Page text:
21
Jun
2017

Go with Gonski 2.0 but tinker first

by Pete Goss and Julie Sonnemann


Published by The Australian, Wednesday 21 June

It’s crunch time on school funding. The Senate is due to vote today on Gonski 2.0. The crossbenchers should stare down the scaremongers and let policy triumph over politics, just this once.

Gonski 2.0 is not perfect but it is a dramatic advance on the status quo. We need to seal the deal on it so federal funding is more genuinely allocated according to student need and so Australia can finally end the funding wars and focus on other much-needed reforms that could really lift student performance.

We have two options on the table: Gonski 2.0 or the existing 2013 Education Act. (Labor’s arrangements under the National Education Reform Agreement are officially dead.)

Gonski 2.0 is clearly the better of the two proposals.

The most underfunded schools will be better off, the most overfunded schools will be brought back into line, and federal funding will be more consistent across the states and sectors. And government schools will get the fastest rate of funding growth: this is essential given that they educate the vast bulk of disadvantaged students.

The alternative is the mess created under the 2013 Act, where money desperately needed for disadvantaged government schools would continue to go to wealthy private schools, and where underfunded schools would remain underfunded for decades to come. Not only does Gonski 2.0 better target funding to disadvantaged schools, recent data shows it costs about the same across the next four years — in other words, a better result for about the same price.

But Gonski 2.0 is not perfect. The Senate crossbenchers should be using these last few hours to negotiate important improvements. As outlined in our Senate inquiry submission, the timeframe of 10 years is too slow and there is a real risk that state governments may not step up to close the rest of the needs-based funding gap.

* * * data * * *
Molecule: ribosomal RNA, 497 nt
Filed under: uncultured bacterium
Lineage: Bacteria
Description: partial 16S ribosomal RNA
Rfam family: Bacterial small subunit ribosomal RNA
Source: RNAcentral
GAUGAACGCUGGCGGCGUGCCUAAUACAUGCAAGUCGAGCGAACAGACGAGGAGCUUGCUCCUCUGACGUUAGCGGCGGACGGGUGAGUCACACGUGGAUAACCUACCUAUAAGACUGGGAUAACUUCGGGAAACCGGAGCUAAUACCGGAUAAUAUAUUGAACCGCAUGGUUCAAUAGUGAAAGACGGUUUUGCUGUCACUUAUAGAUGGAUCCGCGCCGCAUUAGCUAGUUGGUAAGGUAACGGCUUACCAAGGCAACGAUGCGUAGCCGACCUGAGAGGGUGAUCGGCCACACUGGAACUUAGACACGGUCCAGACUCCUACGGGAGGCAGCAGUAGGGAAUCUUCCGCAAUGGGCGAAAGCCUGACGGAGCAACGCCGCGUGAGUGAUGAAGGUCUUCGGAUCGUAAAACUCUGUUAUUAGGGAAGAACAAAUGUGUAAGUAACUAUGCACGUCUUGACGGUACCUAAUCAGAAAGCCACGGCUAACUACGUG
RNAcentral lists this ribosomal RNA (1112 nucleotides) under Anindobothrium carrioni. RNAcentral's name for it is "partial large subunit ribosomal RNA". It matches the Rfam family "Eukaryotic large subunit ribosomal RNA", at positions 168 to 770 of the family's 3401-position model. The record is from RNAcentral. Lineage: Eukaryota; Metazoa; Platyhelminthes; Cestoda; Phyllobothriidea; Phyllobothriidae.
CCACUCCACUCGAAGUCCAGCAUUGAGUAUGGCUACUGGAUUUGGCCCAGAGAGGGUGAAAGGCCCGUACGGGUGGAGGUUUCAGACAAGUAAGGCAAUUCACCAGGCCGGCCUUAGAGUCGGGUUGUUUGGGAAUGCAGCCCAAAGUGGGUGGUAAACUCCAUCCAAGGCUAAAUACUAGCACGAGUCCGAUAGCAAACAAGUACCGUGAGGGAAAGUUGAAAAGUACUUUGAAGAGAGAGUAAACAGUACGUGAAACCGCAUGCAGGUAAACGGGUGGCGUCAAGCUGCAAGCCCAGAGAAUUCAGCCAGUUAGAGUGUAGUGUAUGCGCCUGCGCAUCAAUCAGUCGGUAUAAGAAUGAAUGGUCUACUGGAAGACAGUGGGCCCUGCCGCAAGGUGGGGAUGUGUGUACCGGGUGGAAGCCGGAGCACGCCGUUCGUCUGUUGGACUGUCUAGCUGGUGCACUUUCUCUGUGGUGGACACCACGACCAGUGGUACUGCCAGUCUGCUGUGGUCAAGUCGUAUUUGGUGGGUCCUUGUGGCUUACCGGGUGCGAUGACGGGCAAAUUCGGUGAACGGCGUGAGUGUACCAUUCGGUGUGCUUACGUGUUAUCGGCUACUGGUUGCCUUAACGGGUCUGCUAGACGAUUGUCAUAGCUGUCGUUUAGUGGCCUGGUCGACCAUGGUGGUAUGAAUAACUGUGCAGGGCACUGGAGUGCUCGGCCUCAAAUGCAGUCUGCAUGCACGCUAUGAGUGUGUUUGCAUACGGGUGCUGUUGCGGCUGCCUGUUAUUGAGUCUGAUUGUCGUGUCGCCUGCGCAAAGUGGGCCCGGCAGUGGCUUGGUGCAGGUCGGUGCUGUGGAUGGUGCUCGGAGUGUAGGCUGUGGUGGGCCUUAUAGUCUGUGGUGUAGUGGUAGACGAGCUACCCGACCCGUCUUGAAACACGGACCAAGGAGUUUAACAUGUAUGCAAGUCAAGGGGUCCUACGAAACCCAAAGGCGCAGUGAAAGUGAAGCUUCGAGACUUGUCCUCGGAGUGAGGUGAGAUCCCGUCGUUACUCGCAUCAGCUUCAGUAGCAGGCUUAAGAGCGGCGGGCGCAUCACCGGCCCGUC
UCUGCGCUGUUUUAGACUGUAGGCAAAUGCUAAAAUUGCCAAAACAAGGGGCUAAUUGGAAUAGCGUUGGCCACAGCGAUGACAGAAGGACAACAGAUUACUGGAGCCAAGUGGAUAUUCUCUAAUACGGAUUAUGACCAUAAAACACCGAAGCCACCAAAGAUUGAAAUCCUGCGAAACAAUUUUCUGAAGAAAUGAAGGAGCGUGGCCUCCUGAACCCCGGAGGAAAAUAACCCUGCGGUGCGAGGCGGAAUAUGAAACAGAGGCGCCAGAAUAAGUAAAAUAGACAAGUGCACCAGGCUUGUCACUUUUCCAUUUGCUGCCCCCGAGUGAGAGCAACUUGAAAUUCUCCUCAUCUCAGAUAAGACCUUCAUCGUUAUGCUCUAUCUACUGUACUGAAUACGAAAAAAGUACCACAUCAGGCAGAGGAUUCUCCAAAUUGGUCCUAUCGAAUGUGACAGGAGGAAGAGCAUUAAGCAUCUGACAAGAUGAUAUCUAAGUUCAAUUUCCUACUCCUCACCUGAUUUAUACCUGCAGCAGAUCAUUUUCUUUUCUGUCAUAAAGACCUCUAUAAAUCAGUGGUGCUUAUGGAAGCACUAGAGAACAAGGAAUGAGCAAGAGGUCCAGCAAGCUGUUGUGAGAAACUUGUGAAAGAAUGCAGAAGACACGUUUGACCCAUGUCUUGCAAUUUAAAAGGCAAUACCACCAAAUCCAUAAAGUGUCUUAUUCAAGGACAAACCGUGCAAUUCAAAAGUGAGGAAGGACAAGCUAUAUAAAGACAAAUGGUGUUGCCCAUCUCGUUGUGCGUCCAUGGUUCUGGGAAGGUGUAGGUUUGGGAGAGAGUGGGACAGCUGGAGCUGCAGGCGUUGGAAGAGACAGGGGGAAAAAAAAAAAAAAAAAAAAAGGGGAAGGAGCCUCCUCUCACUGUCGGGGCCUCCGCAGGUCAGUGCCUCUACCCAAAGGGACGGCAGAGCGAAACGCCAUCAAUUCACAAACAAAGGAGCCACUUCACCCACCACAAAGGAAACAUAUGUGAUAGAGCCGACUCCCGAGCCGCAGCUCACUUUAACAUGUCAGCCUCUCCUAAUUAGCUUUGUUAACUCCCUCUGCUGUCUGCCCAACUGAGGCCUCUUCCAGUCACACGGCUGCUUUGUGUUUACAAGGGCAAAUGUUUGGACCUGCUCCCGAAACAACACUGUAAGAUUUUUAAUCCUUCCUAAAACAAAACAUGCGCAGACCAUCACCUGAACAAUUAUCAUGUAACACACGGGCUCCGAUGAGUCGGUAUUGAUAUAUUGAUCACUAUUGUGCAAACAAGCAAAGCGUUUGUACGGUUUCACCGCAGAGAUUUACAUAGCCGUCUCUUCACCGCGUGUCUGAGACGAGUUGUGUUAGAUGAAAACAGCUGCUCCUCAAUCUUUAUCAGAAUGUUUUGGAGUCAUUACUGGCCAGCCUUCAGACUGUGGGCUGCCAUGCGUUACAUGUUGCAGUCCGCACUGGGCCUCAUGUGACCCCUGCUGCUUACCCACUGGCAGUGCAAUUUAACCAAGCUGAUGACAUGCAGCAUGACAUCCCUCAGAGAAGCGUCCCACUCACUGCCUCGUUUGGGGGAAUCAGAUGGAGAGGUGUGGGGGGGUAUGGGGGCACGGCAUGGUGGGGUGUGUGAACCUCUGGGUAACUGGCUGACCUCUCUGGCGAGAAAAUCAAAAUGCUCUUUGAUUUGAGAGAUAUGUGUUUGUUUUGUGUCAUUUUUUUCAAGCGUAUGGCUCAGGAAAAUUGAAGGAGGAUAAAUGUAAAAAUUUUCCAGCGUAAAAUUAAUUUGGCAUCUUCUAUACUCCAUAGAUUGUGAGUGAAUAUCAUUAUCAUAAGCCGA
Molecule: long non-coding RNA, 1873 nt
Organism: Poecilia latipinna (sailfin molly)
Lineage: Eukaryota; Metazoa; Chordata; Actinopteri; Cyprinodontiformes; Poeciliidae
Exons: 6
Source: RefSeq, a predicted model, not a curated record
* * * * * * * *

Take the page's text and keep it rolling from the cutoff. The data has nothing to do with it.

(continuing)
The crossbenchers should demand that the government deliver the extra money faster and add a “ratchet” mechanism to encourage the states to properly fund their government schools.

Gonski 2.0 should require state and territory governments to commit their share alongside federal funding so that all schools receive at least 95 per cent of their funding target by 2027. Where states fail to do so, the commonwealth should reduce its share of funding to that state in a proportionate manner.

The crossbenchers should insist that an independent national schools resourcing body be set up to monitor and advise on school funding decisions. That would help take the politics out of this divisive debate.

The good news is that many crossbenchers are switched on to the improvements needed. There is an unusual alignment between the Greens, the Nick Xenophon Team, One Nation and Liberal Democrat senator David Leyonhjelm.

All agree on the need for a new independent body. This isn’t dirty dealing, this is crossbench senators doing their job and supporting good policy. Despite all the evidence, there are still strong opponents of Gonski 2.0. Labor and the Australian Education Union are insisting on “the full Gonski” and claim the government plan amounts to a $22 billion cut in school funding across 10 years. But our analysis has shown Labor’s $22bn figure makes no sense. Much of its promised extra spending is not targeted at student need; it would be a wasteful extravagance.

By rejecting the 2017 amendment in favour of Labor’s election policy, the AEU’s position will mean less money will actually go to government schools. This is because the 2013 Act is the default legislated path forward, not Labor’s election policy.

Another key opponent is the Catholic system. It is the big loser under Gonski 2.0, forgoing about $4.6bn in federal funding over 10 years.

As Mark Tannock, principal of St Aloysius’ College, pointed out on this page yesterday, Gonski 2.0 removes “the averaging of individual school entitlements” that delivers generous funding to the Catholics. The Catholics argue this funding is needed to maintain “school choice” so Catholic schools can operate with low or moderate fees and remain accessible to all.

But for reasons of equity and fairness, the change must be made. Australians now overwhelmingly support needs-based funding.

There is one area, however, where the Catholics are right: Some elements of the funding formula are long overdue for review. While Gonski 2.0 removes some quirks, others remain — and the Catholics believe these disadvantage them disproportionately, and the government should review that.

Some argue against the way Gonski 2.0 cements the federal government as the majority funder of the private sector. This is a legitimate concern. A greater federal role in government schools could invite federal policy creep and duplication.

Gonski 2.0 should be improved, then embraced. Let’s end the school funding wars. Our parliamentarians must stare down the special-interest groups and stand up for the children of Australia.